Hair removal is one of the most common cosmetic procedures. People are increasingly opting for more permanent procedures, tired of waxing, shaving, and tweezing their hair. Amongst these is electrolysis. Despite being popular for over a century, electrolysis is often confused with laser hair removal. They’re completely different, however.
Such confusion creates a wariness of the procedure. Does it hurt? How many electrolysis sessions does it take? How long does it last?
We’re here to answer all these questions and more. In this article, we’ll discuss how many electrolysis sessions you may need, as well as what to expect after each session.
What is electrolysis?
Electrolysis is a hair removal procedure that involves removing individual hairs from the face or body. To do so, a needle is inserted into your skin, and an electrical current is passed through it. This heats up the surrounding tissue, damaging the hair follicle and causing it to break.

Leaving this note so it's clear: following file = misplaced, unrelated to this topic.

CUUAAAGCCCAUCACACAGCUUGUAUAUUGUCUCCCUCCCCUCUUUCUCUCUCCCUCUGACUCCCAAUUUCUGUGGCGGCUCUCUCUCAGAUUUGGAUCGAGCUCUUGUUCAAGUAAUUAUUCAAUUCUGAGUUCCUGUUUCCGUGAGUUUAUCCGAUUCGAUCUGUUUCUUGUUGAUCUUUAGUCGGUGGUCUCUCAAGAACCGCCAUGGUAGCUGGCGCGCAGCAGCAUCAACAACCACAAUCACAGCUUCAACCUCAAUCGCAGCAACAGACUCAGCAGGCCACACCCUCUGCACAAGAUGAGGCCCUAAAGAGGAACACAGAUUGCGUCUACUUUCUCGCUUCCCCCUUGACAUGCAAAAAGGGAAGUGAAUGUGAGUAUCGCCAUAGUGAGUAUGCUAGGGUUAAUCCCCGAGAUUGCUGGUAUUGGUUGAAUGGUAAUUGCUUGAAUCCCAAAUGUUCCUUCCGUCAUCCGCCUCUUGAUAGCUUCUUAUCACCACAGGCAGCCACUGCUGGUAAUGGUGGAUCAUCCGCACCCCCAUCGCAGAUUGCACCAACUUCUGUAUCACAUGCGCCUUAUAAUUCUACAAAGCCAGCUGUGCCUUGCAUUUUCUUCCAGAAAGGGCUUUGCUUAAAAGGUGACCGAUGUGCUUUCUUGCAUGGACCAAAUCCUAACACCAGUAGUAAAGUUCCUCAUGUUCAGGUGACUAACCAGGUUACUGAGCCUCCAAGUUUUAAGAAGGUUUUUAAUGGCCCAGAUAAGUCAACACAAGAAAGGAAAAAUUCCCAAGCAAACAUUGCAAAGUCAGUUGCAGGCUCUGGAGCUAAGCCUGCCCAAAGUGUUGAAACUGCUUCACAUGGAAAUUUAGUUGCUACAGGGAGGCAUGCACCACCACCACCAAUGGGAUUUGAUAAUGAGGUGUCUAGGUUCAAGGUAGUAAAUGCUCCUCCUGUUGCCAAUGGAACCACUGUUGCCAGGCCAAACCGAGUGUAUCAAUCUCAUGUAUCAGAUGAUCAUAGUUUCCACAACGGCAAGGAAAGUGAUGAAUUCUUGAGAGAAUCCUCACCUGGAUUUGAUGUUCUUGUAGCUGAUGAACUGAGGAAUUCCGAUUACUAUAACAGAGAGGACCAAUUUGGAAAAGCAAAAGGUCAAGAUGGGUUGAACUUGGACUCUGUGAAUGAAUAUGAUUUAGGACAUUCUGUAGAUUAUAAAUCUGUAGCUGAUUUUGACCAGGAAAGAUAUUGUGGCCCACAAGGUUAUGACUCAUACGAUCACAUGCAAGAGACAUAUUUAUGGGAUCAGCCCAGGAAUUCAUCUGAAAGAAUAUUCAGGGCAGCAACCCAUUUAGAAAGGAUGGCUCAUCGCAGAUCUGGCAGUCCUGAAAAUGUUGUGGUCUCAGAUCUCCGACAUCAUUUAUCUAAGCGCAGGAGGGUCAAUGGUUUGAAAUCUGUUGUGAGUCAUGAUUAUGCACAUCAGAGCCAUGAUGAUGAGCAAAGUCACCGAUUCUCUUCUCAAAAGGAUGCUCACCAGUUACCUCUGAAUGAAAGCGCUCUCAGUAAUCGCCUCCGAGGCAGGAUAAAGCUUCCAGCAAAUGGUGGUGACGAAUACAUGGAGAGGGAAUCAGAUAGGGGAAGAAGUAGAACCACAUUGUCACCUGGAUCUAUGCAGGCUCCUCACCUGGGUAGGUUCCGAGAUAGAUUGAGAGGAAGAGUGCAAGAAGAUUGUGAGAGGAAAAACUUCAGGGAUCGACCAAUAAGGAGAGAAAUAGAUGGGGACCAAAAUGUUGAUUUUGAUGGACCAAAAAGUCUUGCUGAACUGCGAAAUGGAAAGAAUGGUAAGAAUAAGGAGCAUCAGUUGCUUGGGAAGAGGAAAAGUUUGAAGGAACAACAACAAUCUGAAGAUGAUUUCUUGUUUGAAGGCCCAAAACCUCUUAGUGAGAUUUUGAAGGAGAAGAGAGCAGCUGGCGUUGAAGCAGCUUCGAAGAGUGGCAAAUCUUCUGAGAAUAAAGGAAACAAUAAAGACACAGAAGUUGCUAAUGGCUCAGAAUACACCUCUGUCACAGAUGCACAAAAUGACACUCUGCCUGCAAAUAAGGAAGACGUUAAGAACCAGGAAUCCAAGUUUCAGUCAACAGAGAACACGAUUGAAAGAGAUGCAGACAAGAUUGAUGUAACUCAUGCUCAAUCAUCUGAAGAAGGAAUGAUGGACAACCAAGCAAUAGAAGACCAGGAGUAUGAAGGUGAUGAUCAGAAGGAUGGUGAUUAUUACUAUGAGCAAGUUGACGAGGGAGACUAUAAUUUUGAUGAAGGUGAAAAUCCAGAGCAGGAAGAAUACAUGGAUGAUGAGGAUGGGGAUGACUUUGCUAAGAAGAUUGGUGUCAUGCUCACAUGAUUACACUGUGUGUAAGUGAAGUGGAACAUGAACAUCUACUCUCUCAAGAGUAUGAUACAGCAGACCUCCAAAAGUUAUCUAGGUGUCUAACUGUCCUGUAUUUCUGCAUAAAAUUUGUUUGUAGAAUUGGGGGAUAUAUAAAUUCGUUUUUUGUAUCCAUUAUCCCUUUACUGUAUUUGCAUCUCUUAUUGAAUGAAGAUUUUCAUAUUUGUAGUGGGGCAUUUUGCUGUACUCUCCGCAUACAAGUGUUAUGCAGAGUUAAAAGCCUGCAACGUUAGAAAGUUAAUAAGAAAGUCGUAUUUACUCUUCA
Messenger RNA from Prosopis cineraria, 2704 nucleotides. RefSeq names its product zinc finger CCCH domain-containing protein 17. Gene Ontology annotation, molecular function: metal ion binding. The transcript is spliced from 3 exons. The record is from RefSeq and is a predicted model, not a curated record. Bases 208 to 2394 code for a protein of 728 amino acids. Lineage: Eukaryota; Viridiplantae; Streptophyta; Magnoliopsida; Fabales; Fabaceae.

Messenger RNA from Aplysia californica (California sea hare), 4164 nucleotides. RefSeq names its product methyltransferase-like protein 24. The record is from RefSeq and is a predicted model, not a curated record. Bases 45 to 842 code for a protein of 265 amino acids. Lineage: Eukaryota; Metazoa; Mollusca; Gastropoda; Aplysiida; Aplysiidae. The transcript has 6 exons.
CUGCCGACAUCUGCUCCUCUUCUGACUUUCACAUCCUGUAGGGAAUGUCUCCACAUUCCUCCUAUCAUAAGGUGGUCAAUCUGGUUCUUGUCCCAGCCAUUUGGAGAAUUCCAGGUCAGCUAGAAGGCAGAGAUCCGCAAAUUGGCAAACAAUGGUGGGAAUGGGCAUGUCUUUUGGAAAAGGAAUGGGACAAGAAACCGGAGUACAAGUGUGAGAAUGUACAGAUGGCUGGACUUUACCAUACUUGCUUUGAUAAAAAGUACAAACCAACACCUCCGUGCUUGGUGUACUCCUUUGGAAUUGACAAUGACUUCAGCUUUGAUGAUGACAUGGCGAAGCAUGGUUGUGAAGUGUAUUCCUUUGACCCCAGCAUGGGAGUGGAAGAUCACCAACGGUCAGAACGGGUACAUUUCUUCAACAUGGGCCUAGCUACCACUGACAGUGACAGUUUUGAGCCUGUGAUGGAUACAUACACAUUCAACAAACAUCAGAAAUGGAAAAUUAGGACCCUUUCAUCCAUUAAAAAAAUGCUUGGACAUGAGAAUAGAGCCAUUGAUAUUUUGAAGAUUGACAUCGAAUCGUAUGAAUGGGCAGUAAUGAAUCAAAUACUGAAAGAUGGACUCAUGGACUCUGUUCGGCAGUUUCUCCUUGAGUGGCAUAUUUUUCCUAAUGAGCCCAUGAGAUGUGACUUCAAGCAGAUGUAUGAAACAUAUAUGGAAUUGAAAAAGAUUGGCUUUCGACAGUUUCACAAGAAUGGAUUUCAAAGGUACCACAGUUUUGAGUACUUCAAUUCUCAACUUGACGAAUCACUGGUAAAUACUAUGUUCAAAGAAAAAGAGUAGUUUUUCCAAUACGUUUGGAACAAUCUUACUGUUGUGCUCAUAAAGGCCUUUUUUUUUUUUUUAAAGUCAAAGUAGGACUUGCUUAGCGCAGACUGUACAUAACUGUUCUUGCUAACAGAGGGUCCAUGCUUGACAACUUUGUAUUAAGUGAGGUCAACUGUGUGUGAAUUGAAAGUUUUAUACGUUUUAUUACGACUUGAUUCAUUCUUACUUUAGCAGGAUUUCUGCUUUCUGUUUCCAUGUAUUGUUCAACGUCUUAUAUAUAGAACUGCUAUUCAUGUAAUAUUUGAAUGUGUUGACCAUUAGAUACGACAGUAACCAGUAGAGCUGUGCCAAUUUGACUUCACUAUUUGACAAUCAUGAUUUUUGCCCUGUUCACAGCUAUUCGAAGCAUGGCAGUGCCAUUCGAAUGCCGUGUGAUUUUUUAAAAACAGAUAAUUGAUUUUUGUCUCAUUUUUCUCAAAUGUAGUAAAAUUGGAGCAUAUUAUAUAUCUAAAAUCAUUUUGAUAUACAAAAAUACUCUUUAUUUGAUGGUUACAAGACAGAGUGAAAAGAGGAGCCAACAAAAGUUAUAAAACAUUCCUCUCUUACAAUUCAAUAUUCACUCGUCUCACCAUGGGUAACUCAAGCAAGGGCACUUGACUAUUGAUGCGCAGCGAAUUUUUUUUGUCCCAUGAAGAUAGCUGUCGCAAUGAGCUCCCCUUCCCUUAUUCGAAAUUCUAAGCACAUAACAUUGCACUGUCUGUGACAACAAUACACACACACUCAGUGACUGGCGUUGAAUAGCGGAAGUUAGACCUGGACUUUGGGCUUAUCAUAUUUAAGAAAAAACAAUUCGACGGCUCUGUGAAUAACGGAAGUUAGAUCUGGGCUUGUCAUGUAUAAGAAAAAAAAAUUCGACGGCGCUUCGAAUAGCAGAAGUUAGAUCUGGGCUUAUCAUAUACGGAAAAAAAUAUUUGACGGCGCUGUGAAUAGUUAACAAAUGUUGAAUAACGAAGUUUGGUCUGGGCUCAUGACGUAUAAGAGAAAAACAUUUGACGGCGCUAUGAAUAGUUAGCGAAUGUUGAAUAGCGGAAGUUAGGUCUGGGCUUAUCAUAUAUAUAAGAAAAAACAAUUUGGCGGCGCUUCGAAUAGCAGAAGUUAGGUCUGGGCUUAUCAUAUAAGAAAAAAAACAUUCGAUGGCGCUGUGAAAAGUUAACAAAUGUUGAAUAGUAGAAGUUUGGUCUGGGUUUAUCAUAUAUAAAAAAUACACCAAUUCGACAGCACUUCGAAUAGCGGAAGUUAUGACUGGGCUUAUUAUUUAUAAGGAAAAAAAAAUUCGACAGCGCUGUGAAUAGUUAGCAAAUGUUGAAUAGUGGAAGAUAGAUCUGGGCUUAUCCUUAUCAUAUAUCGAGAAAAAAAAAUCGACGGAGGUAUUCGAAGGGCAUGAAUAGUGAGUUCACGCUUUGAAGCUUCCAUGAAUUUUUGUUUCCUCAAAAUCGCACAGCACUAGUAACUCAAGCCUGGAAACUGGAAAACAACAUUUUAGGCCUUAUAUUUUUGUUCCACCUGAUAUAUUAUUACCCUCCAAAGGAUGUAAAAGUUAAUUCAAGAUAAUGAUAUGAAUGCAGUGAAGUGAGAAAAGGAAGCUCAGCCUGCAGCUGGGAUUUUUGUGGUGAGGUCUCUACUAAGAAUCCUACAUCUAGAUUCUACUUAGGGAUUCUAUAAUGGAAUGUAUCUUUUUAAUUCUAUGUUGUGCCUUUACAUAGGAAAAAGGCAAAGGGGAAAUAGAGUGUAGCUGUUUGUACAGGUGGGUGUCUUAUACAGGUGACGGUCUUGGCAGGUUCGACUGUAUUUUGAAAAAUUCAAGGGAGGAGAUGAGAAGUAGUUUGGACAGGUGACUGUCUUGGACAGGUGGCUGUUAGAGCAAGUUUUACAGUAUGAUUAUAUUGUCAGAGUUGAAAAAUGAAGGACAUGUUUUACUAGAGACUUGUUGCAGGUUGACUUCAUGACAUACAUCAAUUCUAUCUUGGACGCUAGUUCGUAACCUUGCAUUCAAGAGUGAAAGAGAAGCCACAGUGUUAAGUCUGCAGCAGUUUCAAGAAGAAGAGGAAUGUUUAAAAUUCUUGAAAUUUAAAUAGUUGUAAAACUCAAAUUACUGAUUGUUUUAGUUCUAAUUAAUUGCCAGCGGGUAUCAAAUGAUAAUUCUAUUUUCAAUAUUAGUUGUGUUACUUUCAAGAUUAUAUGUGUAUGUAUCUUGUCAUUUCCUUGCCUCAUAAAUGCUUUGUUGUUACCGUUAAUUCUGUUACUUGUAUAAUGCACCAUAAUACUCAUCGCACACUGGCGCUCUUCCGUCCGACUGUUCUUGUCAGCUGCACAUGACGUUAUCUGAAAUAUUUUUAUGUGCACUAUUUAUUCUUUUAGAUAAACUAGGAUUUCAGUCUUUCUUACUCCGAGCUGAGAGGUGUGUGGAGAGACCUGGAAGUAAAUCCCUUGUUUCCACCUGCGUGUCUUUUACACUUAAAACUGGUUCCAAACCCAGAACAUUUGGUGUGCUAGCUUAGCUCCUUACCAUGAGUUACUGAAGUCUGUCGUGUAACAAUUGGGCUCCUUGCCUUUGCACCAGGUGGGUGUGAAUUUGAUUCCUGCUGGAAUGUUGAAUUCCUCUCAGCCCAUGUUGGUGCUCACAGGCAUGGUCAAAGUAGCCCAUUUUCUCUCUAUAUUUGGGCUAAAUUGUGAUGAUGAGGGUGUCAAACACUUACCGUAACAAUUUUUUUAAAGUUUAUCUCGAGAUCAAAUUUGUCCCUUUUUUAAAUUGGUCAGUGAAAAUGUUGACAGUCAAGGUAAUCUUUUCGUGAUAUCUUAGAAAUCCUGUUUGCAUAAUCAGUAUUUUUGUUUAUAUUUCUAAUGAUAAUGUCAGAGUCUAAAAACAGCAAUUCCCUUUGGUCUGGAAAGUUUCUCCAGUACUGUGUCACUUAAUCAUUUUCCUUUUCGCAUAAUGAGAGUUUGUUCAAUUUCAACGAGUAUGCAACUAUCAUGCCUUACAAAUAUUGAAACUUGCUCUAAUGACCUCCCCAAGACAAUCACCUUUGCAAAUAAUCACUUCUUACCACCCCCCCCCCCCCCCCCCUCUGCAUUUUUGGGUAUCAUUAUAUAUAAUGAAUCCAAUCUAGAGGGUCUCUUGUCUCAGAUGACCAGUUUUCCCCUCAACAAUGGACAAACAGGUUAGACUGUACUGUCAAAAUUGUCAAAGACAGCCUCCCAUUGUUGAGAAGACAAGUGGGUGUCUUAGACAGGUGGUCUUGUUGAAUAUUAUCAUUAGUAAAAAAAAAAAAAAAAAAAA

The result is a noticeable decrease in hair growth after a session. In fact, the hair will fall out in the subsequent hours and days.
However, most practitioners will remove the hair with tweezers after destroying the hair follicle. Due to the nature of the treatment, not all body areas are suitable for the process. In general, the eyebrows, face, abdomen, thighs, breasts, and legs can undergo electrolysis.
Electrolysis: How many sessions will you need?
The answer is it depends. Hair follicles change depending on the body area in question. They can be further down in the skin or more resilient. You’ll also need to factor in the thickness and density of the hair. The more hair follicles, the more sessions you’ll need to remove them.
In addition, most hair follicles will need to be targeted at least twice to have a permanent effect. Expect to go through around eight to twelve sessions for a permanent result. That may seem like a lot. However, it’s important to remember – the results last forever.